# Solving Stoichiometry Problems: Titrating Fe(NH4)2(SO4)2*6H2O with KMnO4

• chrismb804
In summary, we discussed various aspects of titration, including how to determine the amount of KMnO4 needed to titrate a given amount of Fe(NH4)2(SO4)2*6H2O, writing a balanced net ionic equation using half reactions, calculating the molarity of a KMnO4 solution based on titration results, and the use of indicators in titrations. We also addressed why it is impossible to determine an accurate reading of the solution level in a buret if it is above the first mark or below the last mark, and the importance of recording the volume in the buret to the correct place value.
chrismb804
3) how many mL of the 0.10M KMnO4 are needed to titrate 0.5g of Fe(NH4)2(SO4)2*6H2O

4) Using half reactions, write the balanced Net Ionic Equation for the following in a basicls solution:
KMnO4(aq) + Na2SO3(aq) + H2O(l) -> MnO2(s) + Na2SO4(aq) + KOH (aq)
Reduction: ??
Oxidation: ??

5) If 13.5 mL of a KMnO4 solution is titrated to the equivalence point with 8.75 mL of a 0.15M Na2SO3solution. What is the Molarity of the KMnO4 solution?

6) Why do we use an indicator in a titration and why is no indicator used in the titration of permanganate ion with iron (ii) ion?

7) During a titration, if the level of the solution in a 50 mL buret is above the first mark or below the last mark, why is it impossible to determine the precise reading?

8) To What place value should the volume in the 50 mL buret be recorded (included units)

## 1. How do you determine the molarity of Fe(NH4)2(SO4)2*6H2O solution using titration with KMnO4?

In order to determine the molarity of Fe(NH4)2(SO4)2*6H2O solution, you will need to perform a titration with a known concentration of KMnO4. The titration involves adding KMnO4 solution to the Fe(NH4)2(SO4)2*6H2O solution until the reaction is complete. The endpoint is reached when the KMnO4 solution turns the solution a permanent light pink color. The moles of KMnO4 used can then be used to calculate the molarity of the Fe(NH4)2(SO4)2*6H2O solution.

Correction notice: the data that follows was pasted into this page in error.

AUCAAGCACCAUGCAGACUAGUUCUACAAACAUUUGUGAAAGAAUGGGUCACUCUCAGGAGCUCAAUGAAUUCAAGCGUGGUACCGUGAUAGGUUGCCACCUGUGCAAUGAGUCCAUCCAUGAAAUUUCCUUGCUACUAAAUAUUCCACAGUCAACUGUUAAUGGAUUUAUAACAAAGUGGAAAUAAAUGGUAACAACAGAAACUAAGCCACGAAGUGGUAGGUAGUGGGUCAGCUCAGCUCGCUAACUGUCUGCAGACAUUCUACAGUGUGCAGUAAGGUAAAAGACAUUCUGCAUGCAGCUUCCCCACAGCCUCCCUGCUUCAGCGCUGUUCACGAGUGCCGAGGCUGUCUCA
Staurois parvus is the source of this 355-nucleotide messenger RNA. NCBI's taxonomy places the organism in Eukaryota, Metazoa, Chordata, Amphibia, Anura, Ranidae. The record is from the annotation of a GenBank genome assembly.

## 2. What is the stoichiometric ratio between Fe(NH4)2(SO4)2*6H2O and KMnO4 in this titration?

The stoichiometric ratio between Fe(NH4)2(SO4)2*6H2O and KMnO4 can be determined from the balanced chemical equation for the reaction. In this case, the ratio is 1:5, meaning that for every 1 mole of Fe(NH4)2(SO4)2*6H2O, 5 moles of KMnO4 are required for the reaction to reach completion.

## 3. How do you calculate the mass of Fe(NH4)2(SO4)2*6H2O in a given sample using the molarity determined from titration?

To calculate the mass of Fe(NH4)2(SO4)2*6H2O in a given sample, you will need to use the molarity determined from the titration and the volume of the sample. Use the formula molarity = moles/volume to calculate the moles of Fe(NH4)2(SO4)2*6H2O. Then, use the molar mass of Fe(NH4)2(SO4)2*6H2O to convert moles to grams.

## 4. What is the purpose of using a standardized solution of KMnO4 in this titration?

The purpose of using a standardized solution of KMnO4 is to accurately determine the concentration of Fe(NH4)2(SO4)2*6H2O in a given sample. By using a solution with a known concentration of KMnO4, we can accurately measure the amount of KMnO4 used in the titration and use this information to calculate the concentration of Fe(NH4)2(SO4)2*6H2O in the original sample.

## 5. How do you handle sources of error in this titration, such as air bubbles or overtitration?

To minimize sources of error in this titration, it is important to take precise measurements and to perform the titration slowly and carefully. Air bubbles can be removed from the burette and other equipment before beginning the titration. If overtitration occurs, it is important to note the volume of KMnO4 used and to perform a back titration to accurately determine the endpoint. It is also important to perform multiple trials and calculate an average to reduce the impact of any potential errors.

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